Who doesn’t love boobies? They’re adorable! So exotic and graceful. They’re especially enchanting during courtship, the way they seem to puff themselves up. You just want to give them a squeeze.
Kids love boobies, too. In fact, some have taken to wearing bracelets to declare that very sentiment. Unfortunately, some school administrators have quickly put the kibosh on such accessorizing. This happened in South Dakota earlier this week, which seems rather strange given how far inland the state is. Do they even have boobies in that part of the country? Isn’t it too cold for them? Regardless, it seems silly to stifle the free expression of students simply because a Principal or two has got a thing against boobies. Maybe these fellows would feel differently if they could just see one up close, perhaps even hold one. Nah, it’ll never happen.
UPDATE: I’ve been busted. It appears I was misinformed. I had heard of the aforementioned booby ban in passing and did not adequately investigate the story. The boobies in question were not the blue-footed seabirds known for hunting fish by diving into the sea and pursuing their prey underwater. They were…umm…you know…the other kind. Now, I feel like a boob.
Anyway, here’s the original news article from the Associated Press:
Rubber bracelets aimed at raising awareness about breast cancer and emblazoned with “I love boobies” are raising eyebrows among school officials in South Dakota.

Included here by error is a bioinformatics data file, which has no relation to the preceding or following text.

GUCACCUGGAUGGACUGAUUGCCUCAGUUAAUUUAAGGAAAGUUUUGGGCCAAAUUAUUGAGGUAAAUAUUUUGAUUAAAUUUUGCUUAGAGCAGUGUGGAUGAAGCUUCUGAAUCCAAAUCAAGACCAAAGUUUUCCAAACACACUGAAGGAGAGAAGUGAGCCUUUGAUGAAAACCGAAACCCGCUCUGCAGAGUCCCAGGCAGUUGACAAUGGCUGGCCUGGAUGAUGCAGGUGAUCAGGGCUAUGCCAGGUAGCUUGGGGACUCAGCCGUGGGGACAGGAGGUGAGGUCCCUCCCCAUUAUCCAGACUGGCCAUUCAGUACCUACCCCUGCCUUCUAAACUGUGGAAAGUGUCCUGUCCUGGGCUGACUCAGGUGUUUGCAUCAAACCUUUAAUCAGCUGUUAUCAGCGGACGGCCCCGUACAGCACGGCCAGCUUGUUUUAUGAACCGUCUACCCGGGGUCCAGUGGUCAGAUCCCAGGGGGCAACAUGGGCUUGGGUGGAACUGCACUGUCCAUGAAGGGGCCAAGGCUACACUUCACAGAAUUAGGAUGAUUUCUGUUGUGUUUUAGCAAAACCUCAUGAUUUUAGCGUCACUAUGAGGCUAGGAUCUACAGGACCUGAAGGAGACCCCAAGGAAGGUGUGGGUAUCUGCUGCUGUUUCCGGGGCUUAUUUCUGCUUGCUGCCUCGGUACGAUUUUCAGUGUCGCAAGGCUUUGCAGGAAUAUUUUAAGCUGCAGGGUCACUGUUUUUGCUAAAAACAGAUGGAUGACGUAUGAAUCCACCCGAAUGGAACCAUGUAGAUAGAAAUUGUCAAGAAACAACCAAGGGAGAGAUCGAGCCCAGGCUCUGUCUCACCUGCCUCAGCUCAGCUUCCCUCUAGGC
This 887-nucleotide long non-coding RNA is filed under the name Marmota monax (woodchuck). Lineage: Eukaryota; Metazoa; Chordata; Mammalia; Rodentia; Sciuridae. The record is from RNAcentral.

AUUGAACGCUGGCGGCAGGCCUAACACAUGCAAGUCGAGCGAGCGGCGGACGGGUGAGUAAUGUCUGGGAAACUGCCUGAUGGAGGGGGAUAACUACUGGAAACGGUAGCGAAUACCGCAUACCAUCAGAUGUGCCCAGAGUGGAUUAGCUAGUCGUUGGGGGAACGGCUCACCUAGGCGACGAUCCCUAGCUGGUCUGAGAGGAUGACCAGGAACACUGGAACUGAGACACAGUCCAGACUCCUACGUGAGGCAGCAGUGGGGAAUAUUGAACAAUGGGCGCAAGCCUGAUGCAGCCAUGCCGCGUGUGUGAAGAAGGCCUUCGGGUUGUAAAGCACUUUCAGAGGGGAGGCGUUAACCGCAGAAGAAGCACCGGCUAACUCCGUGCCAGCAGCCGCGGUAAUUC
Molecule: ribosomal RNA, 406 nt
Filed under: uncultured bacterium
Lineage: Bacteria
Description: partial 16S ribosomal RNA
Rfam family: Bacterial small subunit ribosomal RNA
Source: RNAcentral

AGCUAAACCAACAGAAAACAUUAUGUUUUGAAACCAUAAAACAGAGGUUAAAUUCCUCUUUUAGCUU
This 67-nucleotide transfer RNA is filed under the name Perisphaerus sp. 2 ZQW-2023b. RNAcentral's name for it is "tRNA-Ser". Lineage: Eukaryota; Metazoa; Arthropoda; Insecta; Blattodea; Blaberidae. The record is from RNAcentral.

This week, Baltic High School joined several schools nationwide to ban the popular bracelets with a message some say is in poor taste.
“I do think there are more proper ways to bring this plight to the attention of people, and I don’t think this is a proper way,” Principal Jim Aisenbrey told the Argus Leader.
Officials at O’Gorman High School in Sioux Falls have also told students not to wear the bracelets in school.
“Our concern is that the issue the wristbands are meant to address is a serious one, but the language used on the bracelets trivializes the issue,” said Principal Kyle Groos.
The bracelets that sell for about $4 in stores were created by the nonprofit Keep A Breast Foundation of Carlsbad, Calif. Proceeds go to the foundation’s programs.
Schools from Florida to California have banned the bracelets following objections from some students and parents.
Baltic resident Ann Aberson said cancer has affected several of her relatives, and she doesn’t have a problem with her two teenage daughters wearing the bracelets. “I guess I never thought of them as offensive,” she said. [full story]
For more information about the Keep A Breast Foundation, visit their website.